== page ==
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LIVE UPDATES: Winter Storm in West Texas


The winter storm in West Texas has mostly subsided, forecasters say, with only some snow flurries possible Thursday afternoon. Still, Friday morning will be bitterly cold temperatures and dangerous wind chills to the region.

1:20 p.m., Feb 4: With improving weather conditions, Odessa College says they'll reopen their campus on Saturday and all classes will meet as scheduled.

7:50 a.m., Feb. 4: Approximately 1,350 residents in the Marfa area are without power this morning, according to energy provider AEP Texas.

The company says they have crews working to restore power this morning and estimate it could be back by 10 a.m.

In the Big Bend region, Alpine Independent School District is planning for a regular start time Friday.

6:10 a.m., Feb. 4: Sul Ross State University has once again canceled all classes at its Alpine campus for Friday, Feb. 4.

Meanwhile in the Permian Basin, all Midland College locations in Midland County have a delayed start with offices and classes opening at 10 a.m. Odessa College — including its centers in Andrews, Monahans and Pecos — will be closed Friday, but classes will be held remotely. At The University of Texas Permian Basin, all in-person classes scheduled for Friday will be held remotely. Additional information on UTPB's closure can be found here.

6:00 a.m., Feb. 4: City of Midland offices will open Friday morning at 10 a.m. due to weather. A city spokesperson says they expect "all city services will be operating as normal..."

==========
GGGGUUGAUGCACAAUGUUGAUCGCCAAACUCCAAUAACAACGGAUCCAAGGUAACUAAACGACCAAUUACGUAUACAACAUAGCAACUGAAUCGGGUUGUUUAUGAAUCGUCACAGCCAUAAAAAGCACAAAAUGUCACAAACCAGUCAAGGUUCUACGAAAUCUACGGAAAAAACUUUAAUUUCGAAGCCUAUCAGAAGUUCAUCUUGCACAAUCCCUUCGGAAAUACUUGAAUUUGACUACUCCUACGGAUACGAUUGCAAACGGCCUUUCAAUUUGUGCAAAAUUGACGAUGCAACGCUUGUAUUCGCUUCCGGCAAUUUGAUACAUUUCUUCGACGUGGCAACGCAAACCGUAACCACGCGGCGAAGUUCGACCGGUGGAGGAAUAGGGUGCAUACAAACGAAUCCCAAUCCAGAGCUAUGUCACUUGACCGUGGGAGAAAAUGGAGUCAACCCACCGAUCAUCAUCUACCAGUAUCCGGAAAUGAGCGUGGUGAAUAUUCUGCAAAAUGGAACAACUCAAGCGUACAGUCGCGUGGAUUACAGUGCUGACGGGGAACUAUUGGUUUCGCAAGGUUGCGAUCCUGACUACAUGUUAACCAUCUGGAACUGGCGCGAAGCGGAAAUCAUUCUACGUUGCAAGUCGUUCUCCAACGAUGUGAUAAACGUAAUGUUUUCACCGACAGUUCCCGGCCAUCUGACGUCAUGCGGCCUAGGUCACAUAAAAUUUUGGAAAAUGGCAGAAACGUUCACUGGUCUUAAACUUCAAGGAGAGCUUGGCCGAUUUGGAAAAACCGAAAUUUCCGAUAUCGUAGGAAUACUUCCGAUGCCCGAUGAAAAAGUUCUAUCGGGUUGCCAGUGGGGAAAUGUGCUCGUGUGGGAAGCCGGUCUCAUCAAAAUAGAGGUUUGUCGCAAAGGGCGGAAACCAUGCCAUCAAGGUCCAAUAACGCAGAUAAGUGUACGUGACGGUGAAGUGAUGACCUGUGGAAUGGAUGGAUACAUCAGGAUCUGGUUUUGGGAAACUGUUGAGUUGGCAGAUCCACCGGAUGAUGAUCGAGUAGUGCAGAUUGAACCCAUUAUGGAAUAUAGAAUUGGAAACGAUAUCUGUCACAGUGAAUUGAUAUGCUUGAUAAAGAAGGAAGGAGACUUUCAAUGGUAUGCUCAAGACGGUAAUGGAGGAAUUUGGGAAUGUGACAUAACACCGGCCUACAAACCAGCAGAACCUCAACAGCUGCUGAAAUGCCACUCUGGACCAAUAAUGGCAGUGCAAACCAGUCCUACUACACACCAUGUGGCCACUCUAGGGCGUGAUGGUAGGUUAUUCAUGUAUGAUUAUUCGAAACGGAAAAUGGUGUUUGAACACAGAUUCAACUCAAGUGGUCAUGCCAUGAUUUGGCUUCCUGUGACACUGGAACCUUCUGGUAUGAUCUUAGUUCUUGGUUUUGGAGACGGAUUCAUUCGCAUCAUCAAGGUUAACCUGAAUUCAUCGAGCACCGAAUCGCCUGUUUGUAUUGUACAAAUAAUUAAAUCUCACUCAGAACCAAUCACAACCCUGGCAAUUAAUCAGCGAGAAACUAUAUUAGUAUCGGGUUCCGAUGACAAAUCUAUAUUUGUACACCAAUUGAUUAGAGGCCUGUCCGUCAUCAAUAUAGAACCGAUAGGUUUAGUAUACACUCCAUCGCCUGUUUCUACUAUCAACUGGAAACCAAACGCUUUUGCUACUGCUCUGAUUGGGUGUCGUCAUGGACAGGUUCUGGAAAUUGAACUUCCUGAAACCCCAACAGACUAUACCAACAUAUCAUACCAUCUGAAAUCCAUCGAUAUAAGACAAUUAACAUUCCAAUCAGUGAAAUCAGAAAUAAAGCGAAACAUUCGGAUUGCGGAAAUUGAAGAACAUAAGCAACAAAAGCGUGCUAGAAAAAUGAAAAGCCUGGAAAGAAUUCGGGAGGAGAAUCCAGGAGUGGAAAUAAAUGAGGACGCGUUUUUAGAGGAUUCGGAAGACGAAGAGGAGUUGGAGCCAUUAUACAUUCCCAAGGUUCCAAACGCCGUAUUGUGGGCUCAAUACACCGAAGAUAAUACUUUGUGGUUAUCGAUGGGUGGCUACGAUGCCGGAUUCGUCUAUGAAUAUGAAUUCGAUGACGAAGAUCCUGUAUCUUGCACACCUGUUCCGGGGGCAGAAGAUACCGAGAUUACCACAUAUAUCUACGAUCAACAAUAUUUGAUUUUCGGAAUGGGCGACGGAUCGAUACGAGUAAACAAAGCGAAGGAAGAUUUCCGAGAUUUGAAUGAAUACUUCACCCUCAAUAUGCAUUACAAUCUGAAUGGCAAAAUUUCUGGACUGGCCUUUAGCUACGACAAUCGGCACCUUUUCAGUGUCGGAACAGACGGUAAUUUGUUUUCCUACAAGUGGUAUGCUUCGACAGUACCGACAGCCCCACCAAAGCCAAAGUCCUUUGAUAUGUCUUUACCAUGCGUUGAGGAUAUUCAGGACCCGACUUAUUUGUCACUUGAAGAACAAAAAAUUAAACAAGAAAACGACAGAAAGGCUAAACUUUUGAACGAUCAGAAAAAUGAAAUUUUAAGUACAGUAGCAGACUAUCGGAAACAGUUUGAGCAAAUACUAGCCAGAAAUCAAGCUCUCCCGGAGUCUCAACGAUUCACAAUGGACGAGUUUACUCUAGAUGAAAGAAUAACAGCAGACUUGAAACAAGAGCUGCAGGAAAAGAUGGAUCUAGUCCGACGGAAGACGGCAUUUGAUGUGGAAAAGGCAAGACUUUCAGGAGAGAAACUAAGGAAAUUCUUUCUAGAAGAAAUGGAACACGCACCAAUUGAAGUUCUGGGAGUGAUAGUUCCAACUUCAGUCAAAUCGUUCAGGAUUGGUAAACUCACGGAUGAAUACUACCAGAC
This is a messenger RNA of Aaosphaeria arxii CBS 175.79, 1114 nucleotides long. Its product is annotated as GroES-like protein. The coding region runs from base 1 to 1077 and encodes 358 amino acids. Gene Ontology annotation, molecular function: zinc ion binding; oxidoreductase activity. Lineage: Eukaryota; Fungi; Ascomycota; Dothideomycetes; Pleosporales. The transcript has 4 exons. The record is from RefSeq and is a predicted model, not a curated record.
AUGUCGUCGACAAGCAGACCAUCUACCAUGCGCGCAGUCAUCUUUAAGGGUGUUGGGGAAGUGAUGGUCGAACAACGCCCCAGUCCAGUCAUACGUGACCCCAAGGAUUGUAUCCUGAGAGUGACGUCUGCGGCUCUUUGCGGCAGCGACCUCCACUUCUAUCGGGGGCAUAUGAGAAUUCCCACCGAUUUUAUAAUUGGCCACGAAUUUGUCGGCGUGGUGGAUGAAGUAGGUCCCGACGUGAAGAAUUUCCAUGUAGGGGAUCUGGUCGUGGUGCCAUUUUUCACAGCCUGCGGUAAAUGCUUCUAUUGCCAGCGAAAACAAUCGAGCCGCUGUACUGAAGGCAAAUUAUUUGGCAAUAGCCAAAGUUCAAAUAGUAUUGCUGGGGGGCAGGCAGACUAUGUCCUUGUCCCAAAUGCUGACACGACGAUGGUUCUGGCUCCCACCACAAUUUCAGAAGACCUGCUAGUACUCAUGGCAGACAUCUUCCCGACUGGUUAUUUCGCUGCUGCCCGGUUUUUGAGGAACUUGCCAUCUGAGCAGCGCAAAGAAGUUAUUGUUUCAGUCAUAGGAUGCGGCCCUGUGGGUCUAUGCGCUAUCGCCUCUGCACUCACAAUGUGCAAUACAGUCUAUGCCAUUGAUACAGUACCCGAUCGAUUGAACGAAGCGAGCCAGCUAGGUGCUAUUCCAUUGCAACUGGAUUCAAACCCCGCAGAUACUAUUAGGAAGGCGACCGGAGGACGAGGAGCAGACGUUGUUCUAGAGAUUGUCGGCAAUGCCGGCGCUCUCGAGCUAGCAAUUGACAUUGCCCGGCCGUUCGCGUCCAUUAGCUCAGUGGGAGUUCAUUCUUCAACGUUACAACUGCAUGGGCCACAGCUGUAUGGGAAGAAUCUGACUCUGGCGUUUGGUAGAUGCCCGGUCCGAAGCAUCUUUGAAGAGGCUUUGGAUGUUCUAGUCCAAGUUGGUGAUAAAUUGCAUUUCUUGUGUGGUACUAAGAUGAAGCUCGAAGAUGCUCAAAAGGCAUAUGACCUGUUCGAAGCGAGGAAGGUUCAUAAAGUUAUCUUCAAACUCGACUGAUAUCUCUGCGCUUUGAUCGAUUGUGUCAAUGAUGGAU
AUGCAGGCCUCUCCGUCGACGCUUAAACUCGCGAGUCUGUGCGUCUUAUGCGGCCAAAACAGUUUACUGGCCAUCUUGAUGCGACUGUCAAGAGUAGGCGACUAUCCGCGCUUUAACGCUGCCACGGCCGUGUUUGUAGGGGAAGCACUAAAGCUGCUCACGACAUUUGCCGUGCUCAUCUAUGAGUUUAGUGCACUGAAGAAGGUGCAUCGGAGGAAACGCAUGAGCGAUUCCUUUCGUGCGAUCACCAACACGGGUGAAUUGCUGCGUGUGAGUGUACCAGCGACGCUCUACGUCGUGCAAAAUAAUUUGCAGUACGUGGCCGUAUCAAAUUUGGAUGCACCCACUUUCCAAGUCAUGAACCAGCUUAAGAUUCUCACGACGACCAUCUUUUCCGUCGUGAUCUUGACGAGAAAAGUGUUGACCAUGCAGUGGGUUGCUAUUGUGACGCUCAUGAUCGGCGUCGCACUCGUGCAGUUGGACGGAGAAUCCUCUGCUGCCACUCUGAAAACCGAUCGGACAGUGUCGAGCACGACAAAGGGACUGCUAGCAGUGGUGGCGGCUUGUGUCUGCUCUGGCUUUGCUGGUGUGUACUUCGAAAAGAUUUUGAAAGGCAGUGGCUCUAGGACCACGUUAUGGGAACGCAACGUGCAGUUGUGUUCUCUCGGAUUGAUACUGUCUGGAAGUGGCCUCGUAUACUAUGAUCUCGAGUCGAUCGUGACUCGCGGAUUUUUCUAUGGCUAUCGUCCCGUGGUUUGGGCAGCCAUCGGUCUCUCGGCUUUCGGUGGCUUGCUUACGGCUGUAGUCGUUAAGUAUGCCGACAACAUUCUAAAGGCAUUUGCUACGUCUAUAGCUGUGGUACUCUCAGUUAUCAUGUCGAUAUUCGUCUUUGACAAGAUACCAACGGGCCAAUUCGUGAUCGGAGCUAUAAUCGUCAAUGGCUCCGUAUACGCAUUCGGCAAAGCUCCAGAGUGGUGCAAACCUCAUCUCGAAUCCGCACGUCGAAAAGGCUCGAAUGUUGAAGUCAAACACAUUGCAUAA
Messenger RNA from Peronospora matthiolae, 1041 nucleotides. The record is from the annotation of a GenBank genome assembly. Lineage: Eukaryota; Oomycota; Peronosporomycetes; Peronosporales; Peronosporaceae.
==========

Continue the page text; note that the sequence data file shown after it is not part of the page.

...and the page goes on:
5:50 p.m., Feb. 4: The National Weather Service has issued a wind chill advisory for much of West Texas. Friday morning, expect below freezing temperatures throughout the region with wind chills as low as -5 degrees.

5:20 p.m., Feb. 3: Midland Independent School District announced a two-hour delay tomorrow morning, Friday, Feb. 4. Classes will now officially begin at 9:45 a.m. for elementary schools and 10:40 p.m. for junior and senior high schools.

Ector County ISD also announced that classes will be delayed due to the cold weather — schedules vary by campus. Odessa families can find out when their school will open by going to the district's website.

In a press release, both districts explained that after consulting tomorrow's forecast that it became clear classes should be postponed. It's expected that driving conditions will be hazardous on Friday morning in the Midland-Odessa area after temps fall into the negatives across West Texas this evening due to a severe wind chill.

3:30 p.m., Feb. 3: Forecasters say snow and ice have mostly stopped falling in West Texas, though the region will still see dangerously cold temperatures and wind chills overnight and into Friday morning.

"Most locations received around an inch of snowfall and a few hundredths of an inch of freezing rain and sleet, however there were locally higher amounts of snow observed in the Davis and Guadalupe Mountains," the National Weather Service in Midland wrote in a Thursday afternoon forecast discussion.